Soyuz PPK antisatellite interceptor (conceptual drawing based on description).
Credit: © Mark Wade
AKA: 11F71;7K-PPK. Status: Study 1964. Gross mass: 6,700 kg (14,700 lb). Height: 6.50 m (21.30 ft).
The PPK provided the cosmonaut with a standoff capability for destruction of enemy satellites. For this purpose the Soyuz was equipped with eight small rockets.
As in the Soyuz P, the spacecraft would rendezvous with the enemy satellite. But the cosmonaut would remain in the spacecraft, using visual and other on-board systems to inspect the satellite. If the satellite was to be eliminated, the Soyuz would back off to a distance of 1 kilometer, and then destroy it using the on-board rocket-mines. Delays in the development of the Soyuz led to abandonment of this plan.
Crew Size: 2. Habitable Volume: 13.00 m3.
KB Kozlov began active development of the military applied versions of the Soyuz. A new version of the R-7 launch vehicle, the 11A514, was put into development to support launch of the Soyuz-P, now designated the 7K-PPK (pilotiruemovo korablya-perekhvatchika, manned interceptor spacecraft). The Soyuz-R would include the small orbital station 11F71 with photo-reconnaissance and ELINT equipment. To dock with the 11F71 station Kuibishev developed the transport spacecraft 11F72 7K-TK. This version of the Soyuz was equipped with rendezvous, docking, and transition equipment, including an airlock, that allowed the two cosmonauts to enter the station without using EVA. The launch vehicle for the 7K-TK would be the 11A511, known today as the Soyuz.
No significant decisions are made. Discussion of the 3 December 1963 resolution to start development of the 7K Soyuz spacecraft. Although the resolution foresees completion of the first spacecraft during 1964, and first flights in 1965-1966, there is not one word on training of cosmonauts for such missions. Scientific versions, for manned flight to the moon and planets, as well as military variants, are foreseen.
Following an overview of the planned trip of Bykovsky and Gagarin to Sweden and Norway on 1-15 March, American military space plans are reviewed. There are many fantastic projects, over a wide and well-financed front. Currently reconnaissance satellites are flying, to be followed by inspection, and then anti-satellite satellites in 3 to 5 years. After that manned military space stations are planned, manoeuvrable manned spacecraft, and the establishment of scientific and military bases on the moon. Despite this big US program, the Soviet military leadership shows no interest in Russian exploitation of space for military purposes.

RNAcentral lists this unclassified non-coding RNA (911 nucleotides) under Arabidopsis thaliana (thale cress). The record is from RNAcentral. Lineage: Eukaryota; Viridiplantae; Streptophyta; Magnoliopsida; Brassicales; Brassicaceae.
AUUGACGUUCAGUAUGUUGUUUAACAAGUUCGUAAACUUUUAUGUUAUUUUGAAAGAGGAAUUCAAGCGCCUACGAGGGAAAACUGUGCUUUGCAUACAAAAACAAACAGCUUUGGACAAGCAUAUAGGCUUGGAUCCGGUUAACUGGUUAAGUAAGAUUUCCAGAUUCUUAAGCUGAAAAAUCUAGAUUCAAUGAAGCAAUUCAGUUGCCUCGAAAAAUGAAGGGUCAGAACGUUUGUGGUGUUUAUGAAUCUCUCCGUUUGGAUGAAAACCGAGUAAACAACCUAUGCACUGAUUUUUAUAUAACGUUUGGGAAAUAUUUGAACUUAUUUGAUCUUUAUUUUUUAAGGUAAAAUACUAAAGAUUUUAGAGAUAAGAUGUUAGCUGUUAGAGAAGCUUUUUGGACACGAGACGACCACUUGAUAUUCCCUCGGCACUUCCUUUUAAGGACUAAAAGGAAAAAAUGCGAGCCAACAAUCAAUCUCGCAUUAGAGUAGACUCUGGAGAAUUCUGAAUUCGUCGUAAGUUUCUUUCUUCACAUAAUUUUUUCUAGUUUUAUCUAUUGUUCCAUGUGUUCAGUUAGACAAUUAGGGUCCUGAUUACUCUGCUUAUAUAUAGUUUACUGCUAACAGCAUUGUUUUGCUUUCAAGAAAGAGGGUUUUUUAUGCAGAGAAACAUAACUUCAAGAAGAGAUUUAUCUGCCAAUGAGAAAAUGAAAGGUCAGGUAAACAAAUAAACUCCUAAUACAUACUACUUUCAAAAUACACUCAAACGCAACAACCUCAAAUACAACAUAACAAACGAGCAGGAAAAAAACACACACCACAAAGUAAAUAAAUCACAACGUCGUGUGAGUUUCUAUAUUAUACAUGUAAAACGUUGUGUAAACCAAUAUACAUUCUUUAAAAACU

A meeting of the VVS General Staff with Marshal Malinovskiy reviews military roles in space. The VVS are tasked with developing environmental control systems for manned spacecraft, abort and recovery systems, training cosmonauts, and recovery of returned space capsules. The RVSN are responsible for final check-out and launch of spacecraft; the PVO are responsible for tracking and control of manned spaceflights. Kamanin pushes for VVS to take a role in development of manned military spacecraft as an extension of its responsibility for combat aircraft. Some of the generals agree in principle, but have no understanding of the new technology and how it might be appropriately applied. Others are opposed. Meanwhile the cosmonauts are taking their examinations in avionics technology, and Kamanin continues to argue for reorganisation of the TsPK cosmonaut training centre to include new specialities and training facilities (e.g. to support specialist engineer, navigator, and scientist cosmonauts).
Kamanin will organise the cosmonauts into two groups: the first group will be commanded by Nikolayev, and the latest group by Beregovoi. They will be assigned to support and train seven missions: military space (reconnaissance, interceptor, and combat spacecraft); space navigation; life support and rescue systems; communications and telemetry systems; scientific orbital stations; lunar fly-by; and lunar landing expeditions. All of this may be for nought, since Marshall Malinovskiy has said that heavy launch vehicles and lunar flights have no military utility and should be funded and handled by the Academy of Science.